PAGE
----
Peter Van Buren: Bradley Manning, Surveillance State Creep, and the Emergence of Post-Constitutional America

Yves here. Van Buren looks at how severely the Constitution has been eroded and catalogues elements of both monitoring and legal abuses that have not gotten the attention they warrant. For instance, while there has been considerable outrage about how the conditions of Bradley Manning’s confinement were tantamount to torture, many readers have given his trial a free pass. The attitude has been “It was a military trial, what did you expect?” In fact, as Van Buren reports, the conduct of the trial itself was as far from established norms as Manning’s detention was. Van Buren also describes how various policing and surveillance techniques developed in combat zones are being brought to the US.

By Peter Van Buren, who blew the whistle on State Department waste and mismanagement during Iraq Reconstruction in his first book, We Meant Well: How I Helped Lose the Battle for the Hearts and Minds of the Iraqi People. He writes about current events at his blog, We Meant Well. Van Buren’s next book, Ghosts of Tom Joad: A Story of the #99Percent, will be available March 2014. Cross posted from TomDispatch

On July 30, 1778, the Continental Congress created the first whistleblower protection law, stating “that it is the duty of all persons in the service of the United States to give the earliest information to Congress or other proper authority of any misconduct, frauds, or misdemeanors committed by any officers or persons in the service of these states.”

Two hundred thirty-five years later, on July 30, 2013, Bradley Manning was found guilty on 20 of the 22 charges for which he was prosecuted, specifically for “espionage” and for videos of war atrocities he released, but not for “aiding the enemy.”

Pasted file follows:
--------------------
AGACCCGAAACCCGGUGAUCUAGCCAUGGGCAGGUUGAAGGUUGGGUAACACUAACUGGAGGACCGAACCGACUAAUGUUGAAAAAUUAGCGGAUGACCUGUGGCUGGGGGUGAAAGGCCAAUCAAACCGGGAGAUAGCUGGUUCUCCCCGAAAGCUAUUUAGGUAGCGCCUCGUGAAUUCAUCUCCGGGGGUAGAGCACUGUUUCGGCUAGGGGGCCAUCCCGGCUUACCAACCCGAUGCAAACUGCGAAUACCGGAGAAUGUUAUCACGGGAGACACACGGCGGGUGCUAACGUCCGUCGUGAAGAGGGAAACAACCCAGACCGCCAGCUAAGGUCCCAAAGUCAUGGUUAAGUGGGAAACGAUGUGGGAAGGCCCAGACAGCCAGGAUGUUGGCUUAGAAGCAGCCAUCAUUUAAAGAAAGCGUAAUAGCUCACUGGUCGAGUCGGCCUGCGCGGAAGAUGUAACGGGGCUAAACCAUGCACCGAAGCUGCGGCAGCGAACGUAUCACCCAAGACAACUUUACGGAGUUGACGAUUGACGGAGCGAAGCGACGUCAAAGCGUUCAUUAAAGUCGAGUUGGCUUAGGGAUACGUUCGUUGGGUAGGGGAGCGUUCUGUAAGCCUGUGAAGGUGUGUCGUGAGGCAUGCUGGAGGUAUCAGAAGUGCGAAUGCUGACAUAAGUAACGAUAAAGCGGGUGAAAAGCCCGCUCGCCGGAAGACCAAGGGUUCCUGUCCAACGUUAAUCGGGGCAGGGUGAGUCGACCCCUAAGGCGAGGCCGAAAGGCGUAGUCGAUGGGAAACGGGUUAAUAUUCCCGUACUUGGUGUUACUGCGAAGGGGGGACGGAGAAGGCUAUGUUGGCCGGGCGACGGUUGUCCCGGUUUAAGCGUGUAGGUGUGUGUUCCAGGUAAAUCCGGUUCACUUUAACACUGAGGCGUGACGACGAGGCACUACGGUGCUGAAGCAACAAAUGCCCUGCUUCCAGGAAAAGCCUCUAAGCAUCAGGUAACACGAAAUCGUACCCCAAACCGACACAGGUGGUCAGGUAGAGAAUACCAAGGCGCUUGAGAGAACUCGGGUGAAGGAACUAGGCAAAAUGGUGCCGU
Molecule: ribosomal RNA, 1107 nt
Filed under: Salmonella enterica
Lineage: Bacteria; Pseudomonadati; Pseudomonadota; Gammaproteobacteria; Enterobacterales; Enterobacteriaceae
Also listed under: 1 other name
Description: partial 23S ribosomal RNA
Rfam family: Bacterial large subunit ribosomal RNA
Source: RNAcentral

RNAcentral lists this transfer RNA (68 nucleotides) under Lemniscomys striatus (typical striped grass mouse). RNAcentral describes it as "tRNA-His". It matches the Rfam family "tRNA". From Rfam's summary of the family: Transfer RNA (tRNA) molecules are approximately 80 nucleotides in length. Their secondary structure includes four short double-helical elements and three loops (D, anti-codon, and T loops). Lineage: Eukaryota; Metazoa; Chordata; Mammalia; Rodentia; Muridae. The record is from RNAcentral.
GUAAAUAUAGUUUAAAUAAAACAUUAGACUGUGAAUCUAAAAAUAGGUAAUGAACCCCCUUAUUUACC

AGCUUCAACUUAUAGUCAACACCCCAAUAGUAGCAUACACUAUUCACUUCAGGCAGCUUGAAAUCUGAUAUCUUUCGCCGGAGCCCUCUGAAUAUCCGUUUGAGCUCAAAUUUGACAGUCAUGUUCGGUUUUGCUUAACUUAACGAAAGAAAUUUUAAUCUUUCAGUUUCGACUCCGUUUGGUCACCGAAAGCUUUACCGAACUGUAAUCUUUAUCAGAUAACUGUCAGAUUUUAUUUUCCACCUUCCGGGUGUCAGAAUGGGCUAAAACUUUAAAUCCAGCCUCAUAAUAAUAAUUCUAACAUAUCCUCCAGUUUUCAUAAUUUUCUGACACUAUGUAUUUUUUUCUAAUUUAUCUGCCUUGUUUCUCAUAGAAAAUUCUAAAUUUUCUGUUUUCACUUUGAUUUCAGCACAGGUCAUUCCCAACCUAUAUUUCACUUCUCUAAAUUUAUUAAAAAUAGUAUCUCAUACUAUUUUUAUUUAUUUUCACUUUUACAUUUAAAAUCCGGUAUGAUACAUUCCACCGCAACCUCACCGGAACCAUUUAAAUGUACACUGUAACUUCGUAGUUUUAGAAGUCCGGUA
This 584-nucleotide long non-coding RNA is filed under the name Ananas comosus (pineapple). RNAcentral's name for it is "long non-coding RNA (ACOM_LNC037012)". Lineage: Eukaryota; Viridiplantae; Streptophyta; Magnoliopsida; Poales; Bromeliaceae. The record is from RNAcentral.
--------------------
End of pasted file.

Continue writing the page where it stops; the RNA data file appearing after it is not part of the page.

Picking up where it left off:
Days after the verdict, with sentencing hearings in which Manning could receive 136 years of prison time ongoing, the pundits have had their say. The problem is that they missed the most chilling aspect of the Manning case: the way it ushered us, almost unnoticed, into post-Constitutional America.

The Weapons of War Come Home

Even before the Manning trial began, the emerging look of that new America was coming into view.  In recent years, weapons, tactics, and techniques developed in Iraq and Afghanistan as well as in the war on terror have begun arriving in “the homeland.”

Consider, for instance, the rise of the warrior cop, of increasingly up-armored police departments across the country often filled with former military personnel encouraged to use the sort of rough tactics they once wielded in combat zones. Supporting them are the kinds of weaponry that once would have been inconceivable in police departments, including armored vehicles, typically bought with Department of Homeland Security grants. Recently, the director of the FBI informed a Senate committee that the Bureau was deploying its first drones over the United States.  Meanwhile, Customs and Border Protection, part of the Department of Homeland Security and already flying an expanding fleet of Predator drones, the very ones used in America’s war zones, is eager to arm them with “non-lethal” weaponry to “immobilize targets of interest.”